A new art gallery has brought a blaze of colour to a seaside town hall.
Jackie Kitch has opened her third gallery in Hunstanton in the carrstone civic building on The Green.
The ground floor, which previously held the resort’s tourist information centre, is now filled with paintings, photographs, art works and crafts.
Mrs Kitch, 57, previously ran Naked in Norfolk on Westgate before moving to the Coal Shed, part of the now defunct railway station by the seafront.
She was planning to retire at the end of the summer season last year but changed her mind when she heard the town hall was available.
“I couldn’t resist it,” she said. “I think Hunstanton’s booming at the moment, there’s no empty shops. People on their staycations have realised how wonderful the Norfolk coast is.
Artists love the sunsets and the big sky beaches.”
More than 40 have their works on show at the gallery, called Artworks @ The Town Hall.
Painter Angela Banner said: “We are so blessed to have such beautiful beaches and wildlife reserves. There is always so much inspiration in Norfolk.”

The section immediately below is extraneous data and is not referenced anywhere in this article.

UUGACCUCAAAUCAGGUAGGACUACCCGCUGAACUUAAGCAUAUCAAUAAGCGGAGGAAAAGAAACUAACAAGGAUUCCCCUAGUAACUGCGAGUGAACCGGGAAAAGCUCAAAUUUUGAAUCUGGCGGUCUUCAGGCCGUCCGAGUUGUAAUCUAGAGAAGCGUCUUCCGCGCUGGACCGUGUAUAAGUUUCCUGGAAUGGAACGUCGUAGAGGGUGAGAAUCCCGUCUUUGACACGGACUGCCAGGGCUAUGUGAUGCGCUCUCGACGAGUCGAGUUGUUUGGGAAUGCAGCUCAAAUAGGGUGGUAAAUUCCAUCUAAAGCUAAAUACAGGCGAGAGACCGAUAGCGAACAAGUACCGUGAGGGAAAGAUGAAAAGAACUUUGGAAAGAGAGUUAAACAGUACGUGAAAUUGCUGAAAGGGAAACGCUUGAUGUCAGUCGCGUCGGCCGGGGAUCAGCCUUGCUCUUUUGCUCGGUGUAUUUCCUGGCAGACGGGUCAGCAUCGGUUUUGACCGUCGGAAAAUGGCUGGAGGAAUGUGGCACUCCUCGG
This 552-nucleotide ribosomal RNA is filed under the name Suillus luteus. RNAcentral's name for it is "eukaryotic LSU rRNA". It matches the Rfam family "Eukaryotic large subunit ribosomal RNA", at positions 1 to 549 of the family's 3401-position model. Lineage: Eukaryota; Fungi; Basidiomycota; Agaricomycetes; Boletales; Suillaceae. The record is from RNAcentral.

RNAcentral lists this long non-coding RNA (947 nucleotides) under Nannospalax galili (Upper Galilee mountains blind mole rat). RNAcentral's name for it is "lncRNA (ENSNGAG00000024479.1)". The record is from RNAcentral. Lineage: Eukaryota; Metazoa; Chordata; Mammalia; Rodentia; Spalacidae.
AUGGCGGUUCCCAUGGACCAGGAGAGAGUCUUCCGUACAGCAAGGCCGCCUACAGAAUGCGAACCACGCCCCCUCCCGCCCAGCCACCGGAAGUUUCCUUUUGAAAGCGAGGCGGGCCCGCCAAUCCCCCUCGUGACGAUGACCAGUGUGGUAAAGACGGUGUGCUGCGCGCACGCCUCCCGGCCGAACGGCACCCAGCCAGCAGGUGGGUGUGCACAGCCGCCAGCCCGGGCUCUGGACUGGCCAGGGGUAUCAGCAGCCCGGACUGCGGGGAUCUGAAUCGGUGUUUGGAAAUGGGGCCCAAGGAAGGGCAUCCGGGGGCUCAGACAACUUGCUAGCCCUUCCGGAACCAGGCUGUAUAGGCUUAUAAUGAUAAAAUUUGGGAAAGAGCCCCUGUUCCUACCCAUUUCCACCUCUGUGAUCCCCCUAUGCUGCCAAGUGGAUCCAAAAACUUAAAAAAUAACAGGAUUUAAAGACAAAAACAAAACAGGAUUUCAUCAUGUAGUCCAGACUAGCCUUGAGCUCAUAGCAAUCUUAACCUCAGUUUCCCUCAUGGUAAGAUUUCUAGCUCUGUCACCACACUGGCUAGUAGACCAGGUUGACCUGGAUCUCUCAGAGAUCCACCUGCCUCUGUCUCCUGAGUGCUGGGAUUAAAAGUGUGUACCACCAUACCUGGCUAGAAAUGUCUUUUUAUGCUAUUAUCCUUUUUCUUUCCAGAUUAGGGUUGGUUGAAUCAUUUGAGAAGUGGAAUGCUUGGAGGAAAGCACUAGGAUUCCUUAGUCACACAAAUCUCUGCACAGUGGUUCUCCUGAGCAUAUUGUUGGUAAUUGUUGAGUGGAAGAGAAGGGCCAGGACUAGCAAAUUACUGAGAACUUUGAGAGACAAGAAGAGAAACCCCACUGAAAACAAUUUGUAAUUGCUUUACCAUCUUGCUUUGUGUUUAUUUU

Many of those exhibiting are members of the West Norfolk Artists Association.
Its chair Esther Marshall said: “It’s a fantastic location, I think Jackie’s done an amazing job.
It’s so lovely for local artists to have somewhere to exhibit their work.”
Lockdown made many seek solace in their art. Helena Anderson, who ran the Gaywood Arts Centre in King’s Lynn for 15 years before retiring to the coast, said: “Just putting paint on a paintbrush, on a canvas is therapeutic.
During Covid a lot of art clubs would give us a challenge, like ‘paint Norfolk in the style of the French Impressionists’.”
Former carpenter Tom Inglis turned to art full-time during lockdown, putting down his tools and taking up painting, using reclaimed timber as his canvas.
“This was something I really wanted to do,” he said. “Two years ago, when the first lockdown started, I had six weeks to myself, and I was painting every day.
I had about 50 paintings, so I decided to try to sell them.”
The youngest artist is Olly Thornalley, a 12-year-old from King’s Lynn, whose abstract works are featured.